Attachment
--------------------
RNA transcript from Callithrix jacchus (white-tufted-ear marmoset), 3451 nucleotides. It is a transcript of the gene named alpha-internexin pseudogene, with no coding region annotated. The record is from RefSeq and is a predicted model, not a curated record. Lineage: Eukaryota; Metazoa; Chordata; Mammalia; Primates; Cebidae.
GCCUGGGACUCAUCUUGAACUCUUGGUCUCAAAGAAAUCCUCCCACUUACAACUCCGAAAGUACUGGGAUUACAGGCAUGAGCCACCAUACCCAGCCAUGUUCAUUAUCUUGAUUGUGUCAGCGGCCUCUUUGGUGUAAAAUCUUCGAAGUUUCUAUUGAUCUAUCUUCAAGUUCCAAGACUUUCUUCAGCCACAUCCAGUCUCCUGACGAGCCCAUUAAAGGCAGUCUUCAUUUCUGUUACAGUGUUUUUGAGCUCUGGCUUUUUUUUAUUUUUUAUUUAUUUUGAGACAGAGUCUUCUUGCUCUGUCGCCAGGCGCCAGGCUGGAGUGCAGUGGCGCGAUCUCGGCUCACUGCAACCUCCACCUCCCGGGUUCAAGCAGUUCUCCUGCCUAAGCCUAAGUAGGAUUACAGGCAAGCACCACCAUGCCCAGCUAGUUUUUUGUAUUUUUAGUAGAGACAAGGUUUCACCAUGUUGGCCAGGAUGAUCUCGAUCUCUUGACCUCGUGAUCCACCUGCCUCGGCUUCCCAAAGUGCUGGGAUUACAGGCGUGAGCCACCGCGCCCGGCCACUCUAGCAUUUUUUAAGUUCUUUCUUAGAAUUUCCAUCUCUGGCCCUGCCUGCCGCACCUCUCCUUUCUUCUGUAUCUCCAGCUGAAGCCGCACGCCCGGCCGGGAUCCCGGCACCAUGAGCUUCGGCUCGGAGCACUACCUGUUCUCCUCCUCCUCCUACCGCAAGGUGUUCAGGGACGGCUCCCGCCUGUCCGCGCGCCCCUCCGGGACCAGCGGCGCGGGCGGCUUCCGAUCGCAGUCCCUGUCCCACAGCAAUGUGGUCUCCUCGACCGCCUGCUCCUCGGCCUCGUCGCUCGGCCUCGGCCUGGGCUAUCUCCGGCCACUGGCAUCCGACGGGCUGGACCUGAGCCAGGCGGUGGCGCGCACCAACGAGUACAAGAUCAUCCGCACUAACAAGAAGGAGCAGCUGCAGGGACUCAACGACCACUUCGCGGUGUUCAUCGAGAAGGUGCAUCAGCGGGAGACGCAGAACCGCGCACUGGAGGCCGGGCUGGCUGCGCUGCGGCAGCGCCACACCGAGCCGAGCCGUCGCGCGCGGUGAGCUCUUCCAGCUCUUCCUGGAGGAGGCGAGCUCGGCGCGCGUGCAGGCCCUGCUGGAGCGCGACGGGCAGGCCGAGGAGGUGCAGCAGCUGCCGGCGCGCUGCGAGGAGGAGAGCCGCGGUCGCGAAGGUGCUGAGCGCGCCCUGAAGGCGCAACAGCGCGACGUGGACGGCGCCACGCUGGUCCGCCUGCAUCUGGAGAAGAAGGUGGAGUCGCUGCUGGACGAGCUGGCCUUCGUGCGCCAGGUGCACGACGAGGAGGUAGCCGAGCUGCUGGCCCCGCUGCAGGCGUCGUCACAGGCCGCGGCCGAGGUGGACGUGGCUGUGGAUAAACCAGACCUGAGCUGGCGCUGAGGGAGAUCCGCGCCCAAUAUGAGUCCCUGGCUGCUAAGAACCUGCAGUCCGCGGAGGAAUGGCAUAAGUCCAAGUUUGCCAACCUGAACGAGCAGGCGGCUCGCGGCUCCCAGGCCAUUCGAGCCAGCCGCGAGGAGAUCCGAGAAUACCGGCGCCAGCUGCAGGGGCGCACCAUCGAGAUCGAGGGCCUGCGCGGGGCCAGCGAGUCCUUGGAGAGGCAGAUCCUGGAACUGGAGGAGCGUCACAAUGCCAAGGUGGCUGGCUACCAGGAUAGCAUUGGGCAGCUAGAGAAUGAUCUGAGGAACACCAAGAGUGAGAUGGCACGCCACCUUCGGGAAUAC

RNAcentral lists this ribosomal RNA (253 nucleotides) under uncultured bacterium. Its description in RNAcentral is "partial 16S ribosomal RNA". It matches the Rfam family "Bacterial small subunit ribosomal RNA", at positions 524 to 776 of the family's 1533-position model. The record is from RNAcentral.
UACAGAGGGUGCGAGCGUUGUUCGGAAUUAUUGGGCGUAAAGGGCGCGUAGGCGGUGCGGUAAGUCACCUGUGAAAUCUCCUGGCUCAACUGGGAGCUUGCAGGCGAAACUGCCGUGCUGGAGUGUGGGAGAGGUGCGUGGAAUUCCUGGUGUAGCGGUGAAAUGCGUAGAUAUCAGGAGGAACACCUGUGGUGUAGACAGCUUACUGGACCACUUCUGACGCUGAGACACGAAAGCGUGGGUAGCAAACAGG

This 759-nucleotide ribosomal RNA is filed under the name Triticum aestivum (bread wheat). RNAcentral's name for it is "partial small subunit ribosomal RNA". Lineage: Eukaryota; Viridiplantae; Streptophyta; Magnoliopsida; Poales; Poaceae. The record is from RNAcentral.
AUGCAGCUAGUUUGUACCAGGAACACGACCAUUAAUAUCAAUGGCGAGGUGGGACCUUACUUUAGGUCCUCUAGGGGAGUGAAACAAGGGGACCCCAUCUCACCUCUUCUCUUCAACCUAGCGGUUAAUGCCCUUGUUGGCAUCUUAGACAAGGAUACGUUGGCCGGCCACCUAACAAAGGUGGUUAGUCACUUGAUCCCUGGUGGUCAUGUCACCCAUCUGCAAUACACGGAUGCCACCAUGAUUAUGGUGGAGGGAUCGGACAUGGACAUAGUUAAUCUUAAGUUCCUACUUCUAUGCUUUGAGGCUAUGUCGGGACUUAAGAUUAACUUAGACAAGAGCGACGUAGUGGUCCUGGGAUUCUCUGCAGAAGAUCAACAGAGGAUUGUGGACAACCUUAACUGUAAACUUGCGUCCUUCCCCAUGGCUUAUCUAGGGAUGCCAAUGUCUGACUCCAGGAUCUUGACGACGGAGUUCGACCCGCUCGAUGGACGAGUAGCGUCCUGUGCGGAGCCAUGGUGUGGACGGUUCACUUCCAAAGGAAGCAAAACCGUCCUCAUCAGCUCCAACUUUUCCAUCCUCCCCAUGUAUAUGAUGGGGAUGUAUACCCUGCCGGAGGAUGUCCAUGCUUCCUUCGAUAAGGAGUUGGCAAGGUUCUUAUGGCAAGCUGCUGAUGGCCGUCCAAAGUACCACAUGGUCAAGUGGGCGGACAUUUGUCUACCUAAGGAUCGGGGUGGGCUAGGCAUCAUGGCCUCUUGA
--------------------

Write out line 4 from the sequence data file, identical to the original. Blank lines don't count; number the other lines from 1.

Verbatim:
UACAGAGGGUGCGAGCGUUGUUCGGAAUUAUUGGGCGUAAAGGGCGCGUAGGCGGUGCGGUAAGUCACCUGUGAAAUCUCCUGGCUCAACUGGGAGCUUGCAGGCGAAACUGCCGUGCUGGAGUGUGGGAGAGGUGCGUGGAAUUCCUGGUGUAGCGGUGAAAUGCGUAGAUAUCAGGAGGAACACCUGUGGUGUAGACAGCUUACUGGACCACUUCUGACGCUGAGACACGAAAGCGUGGGUAGCAAACAGG